Businesses along Auckland's Great North Road say roadworks are turning customers away during the crucial pre-Christmas period.
The roadworks began last month as part of Auckland Transport's Great North Road project delivering walking, cycling and bus improvements over the next two years.
Some businesses are so sick of waiting for customers to walk through the door,they have decided to take their business on the road.
It is not quite business as usual at the moment for Doe Donuts.
Co-owners Shenine Dube and Grace Tauber would normally be at their main store on Great North Road in Grey Lynn.
But for the past month roadworks from Auckland Transport's walking cycling and bus improvement project have been going on right outside their door.
Tauber said this was affecting parking and putting off customers.
"It's just causing absolute havoc in the area there's road cones in places where literally nothing happens all day from 9am to 5pm, and it's just a waste."
Instead of waiting for customers to come through the door, for the past few weeks, twice a week they have taken their doughnuts to the road, parking up their pink van near offices in South Auckland and Britomart.
"We just thought it would be a good idea to make ourselves more accessible to our customers rather than expecting them to come to us and we have this great van, we see coffee carts and sushi trucks drive around to offices all the time, so we thought, why can't we do it."
On Tuesday morning they were at Plunket Ave in Manukau, where many office workers were lining up for a sweet treat.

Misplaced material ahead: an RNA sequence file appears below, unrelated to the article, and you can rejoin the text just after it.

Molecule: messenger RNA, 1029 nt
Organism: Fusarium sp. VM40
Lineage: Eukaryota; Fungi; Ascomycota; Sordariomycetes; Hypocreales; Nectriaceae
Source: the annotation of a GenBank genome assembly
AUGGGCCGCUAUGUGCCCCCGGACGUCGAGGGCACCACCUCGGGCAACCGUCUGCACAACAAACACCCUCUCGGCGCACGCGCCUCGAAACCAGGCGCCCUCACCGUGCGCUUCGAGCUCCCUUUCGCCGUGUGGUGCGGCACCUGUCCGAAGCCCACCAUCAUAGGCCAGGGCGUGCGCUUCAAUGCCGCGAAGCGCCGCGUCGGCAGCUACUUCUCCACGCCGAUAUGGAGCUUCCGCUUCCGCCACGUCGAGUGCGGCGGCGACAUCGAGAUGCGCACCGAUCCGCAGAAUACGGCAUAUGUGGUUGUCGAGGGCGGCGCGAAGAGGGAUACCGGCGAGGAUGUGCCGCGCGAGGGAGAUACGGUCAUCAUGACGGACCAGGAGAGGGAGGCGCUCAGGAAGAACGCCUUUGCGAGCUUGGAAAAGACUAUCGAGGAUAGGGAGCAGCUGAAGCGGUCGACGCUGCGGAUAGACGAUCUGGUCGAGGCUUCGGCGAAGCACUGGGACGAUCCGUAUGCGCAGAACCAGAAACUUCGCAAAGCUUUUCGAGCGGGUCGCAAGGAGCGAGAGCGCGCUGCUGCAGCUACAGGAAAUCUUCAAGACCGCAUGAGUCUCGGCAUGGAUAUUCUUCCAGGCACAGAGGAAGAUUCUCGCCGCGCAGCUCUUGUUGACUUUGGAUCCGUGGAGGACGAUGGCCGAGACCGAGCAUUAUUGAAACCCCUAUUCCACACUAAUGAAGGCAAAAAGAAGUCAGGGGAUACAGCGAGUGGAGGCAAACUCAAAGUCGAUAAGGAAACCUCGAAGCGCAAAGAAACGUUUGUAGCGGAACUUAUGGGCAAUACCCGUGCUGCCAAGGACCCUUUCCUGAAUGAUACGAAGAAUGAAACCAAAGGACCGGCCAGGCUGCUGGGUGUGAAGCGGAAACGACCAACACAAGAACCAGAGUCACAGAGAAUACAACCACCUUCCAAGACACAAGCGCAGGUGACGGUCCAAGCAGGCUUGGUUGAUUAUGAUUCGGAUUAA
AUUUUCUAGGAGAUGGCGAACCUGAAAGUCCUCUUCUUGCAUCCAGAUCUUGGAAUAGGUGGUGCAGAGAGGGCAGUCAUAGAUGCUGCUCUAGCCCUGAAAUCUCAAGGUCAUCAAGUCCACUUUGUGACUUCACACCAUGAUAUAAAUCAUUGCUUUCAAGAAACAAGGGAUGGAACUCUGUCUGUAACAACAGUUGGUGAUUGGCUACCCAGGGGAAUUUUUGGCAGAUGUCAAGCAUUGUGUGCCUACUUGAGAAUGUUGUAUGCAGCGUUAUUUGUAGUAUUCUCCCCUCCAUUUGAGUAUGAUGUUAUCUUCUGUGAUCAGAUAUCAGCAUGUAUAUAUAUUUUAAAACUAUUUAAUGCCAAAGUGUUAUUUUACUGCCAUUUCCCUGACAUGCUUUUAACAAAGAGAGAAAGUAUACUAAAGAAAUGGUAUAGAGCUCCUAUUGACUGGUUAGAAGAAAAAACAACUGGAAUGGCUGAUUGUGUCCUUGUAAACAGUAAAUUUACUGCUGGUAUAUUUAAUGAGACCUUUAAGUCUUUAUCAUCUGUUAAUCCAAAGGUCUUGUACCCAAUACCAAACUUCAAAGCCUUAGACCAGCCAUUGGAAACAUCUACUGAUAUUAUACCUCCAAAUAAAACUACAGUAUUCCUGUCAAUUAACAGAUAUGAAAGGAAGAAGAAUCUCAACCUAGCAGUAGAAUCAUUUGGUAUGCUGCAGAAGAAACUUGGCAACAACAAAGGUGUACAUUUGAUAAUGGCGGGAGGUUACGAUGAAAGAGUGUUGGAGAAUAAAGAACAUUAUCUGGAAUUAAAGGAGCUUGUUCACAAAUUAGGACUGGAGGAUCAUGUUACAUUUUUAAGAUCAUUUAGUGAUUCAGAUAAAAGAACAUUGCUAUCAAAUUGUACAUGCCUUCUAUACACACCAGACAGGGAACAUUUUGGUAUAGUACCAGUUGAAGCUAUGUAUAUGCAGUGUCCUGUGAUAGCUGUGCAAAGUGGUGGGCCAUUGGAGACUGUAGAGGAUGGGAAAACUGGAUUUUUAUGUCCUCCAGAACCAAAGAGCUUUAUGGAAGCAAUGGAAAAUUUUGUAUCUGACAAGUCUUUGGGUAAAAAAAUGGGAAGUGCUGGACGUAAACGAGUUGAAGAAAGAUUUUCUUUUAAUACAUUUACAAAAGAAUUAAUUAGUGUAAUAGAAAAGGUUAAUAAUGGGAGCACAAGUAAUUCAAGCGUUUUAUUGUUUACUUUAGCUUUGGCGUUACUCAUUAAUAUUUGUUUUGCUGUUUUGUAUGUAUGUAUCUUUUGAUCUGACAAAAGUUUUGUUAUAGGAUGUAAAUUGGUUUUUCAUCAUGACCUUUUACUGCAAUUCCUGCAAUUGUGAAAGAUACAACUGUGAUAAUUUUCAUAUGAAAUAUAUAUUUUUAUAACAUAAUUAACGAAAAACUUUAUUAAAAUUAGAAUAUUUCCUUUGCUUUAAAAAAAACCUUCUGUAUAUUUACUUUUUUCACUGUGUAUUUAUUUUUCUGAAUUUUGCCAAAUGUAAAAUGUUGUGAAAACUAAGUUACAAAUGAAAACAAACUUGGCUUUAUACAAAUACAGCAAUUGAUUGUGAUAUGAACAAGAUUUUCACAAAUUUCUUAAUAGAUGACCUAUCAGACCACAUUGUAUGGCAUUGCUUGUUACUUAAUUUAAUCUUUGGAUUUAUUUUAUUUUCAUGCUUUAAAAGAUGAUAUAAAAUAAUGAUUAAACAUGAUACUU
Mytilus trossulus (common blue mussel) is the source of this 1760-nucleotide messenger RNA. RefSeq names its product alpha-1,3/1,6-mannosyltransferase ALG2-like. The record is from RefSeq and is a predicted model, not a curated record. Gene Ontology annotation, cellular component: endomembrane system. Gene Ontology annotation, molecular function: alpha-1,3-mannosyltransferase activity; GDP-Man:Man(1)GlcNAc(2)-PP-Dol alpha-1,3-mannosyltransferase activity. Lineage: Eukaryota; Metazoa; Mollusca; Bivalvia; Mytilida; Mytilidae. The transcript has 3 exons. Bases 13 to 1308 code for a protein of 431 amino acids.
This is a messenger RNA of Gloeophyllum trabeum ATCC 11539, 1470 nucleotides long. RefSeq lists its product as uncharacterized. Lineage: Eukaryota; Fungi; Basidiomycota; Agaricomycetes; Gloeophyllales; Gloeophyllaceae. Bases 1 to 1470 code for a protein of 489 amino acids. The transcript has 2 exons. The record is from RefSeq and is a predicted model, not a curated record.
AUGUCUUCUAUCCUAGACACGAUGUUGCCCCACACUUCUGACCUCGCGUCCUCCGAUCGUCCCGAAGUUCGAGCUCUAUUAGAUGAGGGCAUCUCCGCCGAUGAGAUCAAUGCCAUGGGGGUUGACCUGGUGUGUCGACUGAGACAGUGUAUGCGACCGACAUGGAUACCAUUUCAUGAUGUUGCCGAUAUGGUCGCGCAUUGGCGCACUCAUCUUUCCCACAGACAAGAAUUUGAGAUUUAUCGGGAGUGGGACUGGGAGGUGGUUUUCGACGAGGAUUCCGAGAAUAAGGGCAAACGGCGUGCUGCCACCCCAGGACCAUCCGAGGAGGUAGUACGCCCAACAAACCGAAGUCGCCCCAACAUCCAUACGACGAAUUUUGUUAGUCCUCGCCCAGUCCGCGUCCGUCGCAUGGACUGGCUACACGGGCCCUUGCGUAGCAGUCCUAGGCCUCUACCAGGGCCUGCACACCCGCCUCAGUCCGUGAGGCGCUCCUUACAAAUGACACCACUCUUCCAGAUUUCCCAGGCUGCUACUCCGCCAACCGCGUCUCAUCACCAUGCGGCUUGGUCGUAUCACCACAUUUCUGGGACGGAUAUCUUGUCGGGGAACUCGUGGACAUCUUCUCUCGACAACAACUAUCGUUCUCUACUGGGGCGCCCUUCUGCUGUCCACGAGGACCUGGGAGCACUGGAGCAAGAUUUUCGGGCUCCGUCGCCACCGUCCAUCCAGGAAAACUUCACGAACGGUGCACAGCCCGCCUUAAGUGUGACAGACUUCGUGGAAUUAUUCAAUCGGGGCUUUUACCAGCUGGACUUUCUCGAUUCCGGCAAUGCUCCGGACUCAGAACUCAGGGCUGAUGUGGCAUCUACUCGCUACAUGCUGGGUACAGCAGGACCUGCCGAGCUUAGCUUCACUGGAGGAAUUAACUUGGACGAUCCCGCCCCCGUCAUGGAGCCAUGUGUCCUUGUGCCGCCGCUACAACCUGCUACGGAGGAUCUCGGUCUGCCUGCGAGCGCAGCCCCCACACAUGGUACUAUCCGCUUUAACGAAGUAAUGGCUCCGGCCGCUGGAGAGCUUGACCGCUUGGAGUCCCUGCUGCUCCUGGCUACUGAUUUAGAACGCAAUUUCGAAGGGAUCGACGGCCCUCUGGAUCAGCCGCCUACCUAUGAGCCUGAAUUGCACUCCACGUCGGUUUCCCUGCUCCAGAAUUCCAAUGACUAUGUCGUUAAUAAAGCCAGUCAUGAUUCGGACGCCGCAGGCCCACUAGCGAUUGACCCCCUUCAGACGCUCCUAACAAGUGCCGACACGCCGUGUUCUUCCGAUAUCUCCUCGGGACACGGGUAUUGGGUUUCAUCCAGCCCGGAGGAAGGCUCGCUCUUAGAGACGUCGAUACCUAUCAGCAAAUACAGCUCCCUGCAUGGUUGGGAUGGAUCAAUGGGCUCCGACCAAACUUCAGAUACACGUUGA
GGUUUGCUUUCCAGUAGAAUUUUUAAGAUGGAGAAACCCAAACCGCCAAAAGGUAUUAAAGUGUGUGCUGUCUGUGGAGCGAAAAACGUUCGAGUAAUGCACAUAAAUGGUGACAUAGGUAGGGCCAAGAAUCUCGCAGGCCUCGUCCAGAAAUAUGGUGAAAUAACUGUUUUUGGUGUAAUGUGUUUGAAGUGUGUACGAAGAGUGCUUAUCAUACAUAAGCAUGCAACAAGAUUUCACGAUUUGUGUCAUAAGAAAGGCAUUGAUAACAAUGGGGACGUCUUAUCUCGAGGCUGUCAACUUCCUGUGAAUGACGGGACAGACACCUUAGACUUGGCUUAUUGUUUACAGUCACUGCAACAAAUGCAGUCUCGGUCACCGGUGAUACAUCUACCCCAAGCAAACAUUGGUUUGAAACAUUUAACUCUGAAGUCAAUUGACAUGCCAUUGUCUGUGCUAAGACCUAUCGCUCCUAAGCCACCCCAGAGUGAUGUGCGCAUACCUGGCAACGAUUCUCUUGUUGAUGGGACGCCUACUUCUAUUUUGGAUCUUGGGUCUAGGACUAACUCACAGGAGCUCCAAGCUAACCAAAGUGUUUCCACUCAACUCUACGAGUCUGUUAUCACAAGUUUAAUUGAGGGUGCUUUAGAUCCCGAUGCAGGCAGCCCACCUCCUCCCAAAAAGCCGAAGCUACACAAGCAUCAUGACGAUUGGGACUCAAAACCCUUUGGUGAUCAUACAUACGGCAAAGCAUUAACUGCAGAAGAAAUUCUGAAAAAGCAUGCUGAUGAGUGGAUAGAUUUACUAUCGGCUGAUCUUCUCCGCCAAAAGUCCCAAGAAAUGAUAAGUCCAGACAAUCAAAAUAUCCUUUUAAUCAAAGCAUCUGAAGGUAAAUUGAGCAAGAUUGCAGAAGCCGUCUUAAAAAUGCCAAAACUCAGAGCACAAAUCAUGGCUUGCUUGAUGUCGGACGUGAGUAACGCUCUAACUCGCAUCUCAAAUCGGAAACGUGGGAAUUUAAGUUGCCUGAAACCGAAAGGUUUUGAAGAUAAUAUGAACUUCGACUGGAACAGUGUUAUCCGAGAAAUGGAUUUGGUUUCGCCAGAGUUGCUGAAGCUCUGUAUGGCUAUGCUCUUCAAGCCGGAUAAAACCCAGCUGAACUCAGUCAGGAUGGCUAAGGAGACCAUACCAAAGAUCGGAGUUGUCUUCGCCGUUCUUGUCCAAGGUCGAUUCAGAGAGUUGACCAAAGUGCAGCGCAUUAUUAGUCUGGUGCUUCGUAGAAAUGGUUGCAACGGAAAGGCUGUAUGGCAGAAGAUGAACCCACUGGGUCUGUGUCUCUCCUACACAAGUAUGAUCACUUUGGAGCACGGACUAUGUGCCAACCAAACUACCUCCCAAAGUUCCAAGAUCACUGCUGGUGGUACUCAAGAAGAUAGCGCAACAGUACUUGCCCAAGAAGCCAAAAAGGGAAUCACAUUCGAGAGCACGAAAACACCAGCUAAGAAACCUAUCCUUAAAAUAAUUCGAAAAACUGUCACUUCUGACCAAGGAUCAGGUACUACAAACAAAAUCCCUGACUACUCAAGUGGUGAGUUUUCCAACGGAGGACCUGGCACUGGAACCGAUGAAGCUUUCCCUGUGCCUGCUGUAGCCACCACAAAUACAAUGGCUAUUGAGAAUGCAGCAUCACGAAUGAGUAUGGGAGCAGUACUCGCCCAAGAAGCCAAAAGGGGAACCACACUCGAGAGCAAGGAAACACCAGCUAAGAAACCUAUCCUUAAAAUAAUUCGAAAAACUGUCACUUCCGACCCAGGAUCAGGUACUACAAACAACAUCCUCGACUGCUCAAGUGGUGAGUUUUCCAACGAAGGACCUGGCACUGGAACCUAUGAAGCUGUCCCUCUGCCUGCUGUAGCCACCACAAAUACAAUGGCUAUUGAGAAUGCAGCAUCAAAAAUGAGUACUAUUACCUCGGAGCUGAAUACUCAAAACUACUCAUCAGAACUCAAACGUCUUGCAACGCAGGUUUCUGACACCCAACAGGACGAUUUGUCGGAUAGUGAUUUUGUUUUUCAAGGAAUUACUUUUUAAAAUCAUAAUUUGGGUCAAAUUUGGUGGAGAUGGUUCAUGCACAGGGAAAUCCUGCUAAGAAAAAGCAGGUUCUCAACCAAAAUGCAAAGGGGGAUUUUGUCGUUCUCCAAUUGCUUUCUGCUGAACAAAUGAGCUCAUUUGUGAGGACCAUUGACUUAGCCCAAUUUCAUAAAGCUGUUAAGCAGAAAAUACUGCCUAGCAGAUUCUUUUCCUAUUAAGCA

Tauber said because of the roadworks they now had nowhere close to park, which was causing safety issues for staff.
"Our staff start at 5am, sometimes earlier if we've got really busy days and it's just not safe for us girls to be parking at that sort of time blocks away from the actual shop."
The roadworks will pause for the holiday period on 15 December before starting up again on 3 January next year. Tauber said that did not make sense from a business perspective.
"I mean, it would make more sense if they worked over the quiet period so that businesses could actually get more business."
A few doors down, Mary-Jane Heather - who owns Rose and Heather furniture - echoed this concern.
"Right on Christmas so it will be late then, for me anyway, for sales."
The business has customer parking around the back of the building but Heather said the roadworks and lines of cones put people off even stopping.
When Checkpoint visited she joked she was in gym clothes because she had doubts there would be any customers that day.
"I'm expecting no one in this week at all, didn't have anybody in last week, there's no one around, just cars trying to get through the traffic, did you see anyone on the streets?"
Across the road at Better Me Espresso Cafe, owner Vicky said business was down about 20 percent.
She said compensation from Auckland Transport or the government while the roadworks continued would ensure the business could stay afloat, something she said was not guaranteed right now.
"I'm not sure how many businesses around here could survive especially small businesses like us. It would be nice when it is done, [but] between now and then, how are we going to survive it?"
They raised concerns about parks in front of their shop being blocked off and have managed to keep a few.
But they are only for 10 minutes each and the side streets that customers used to use are now inaccessible.
The noise from the roadworks was also a major issue.
"It is just really loud I think they probably start around 8am and then finish around 2pm or 3pm."
On Auckland Transport's website, it said it has retained parking on Great North Road where possible but had to decrease some spaces to improve intersections, extra car parks on side streets have been created along with five large loading zones for businesses.
The main construction for the Great North Road improvements is set for the start of 2024 through mid-2025.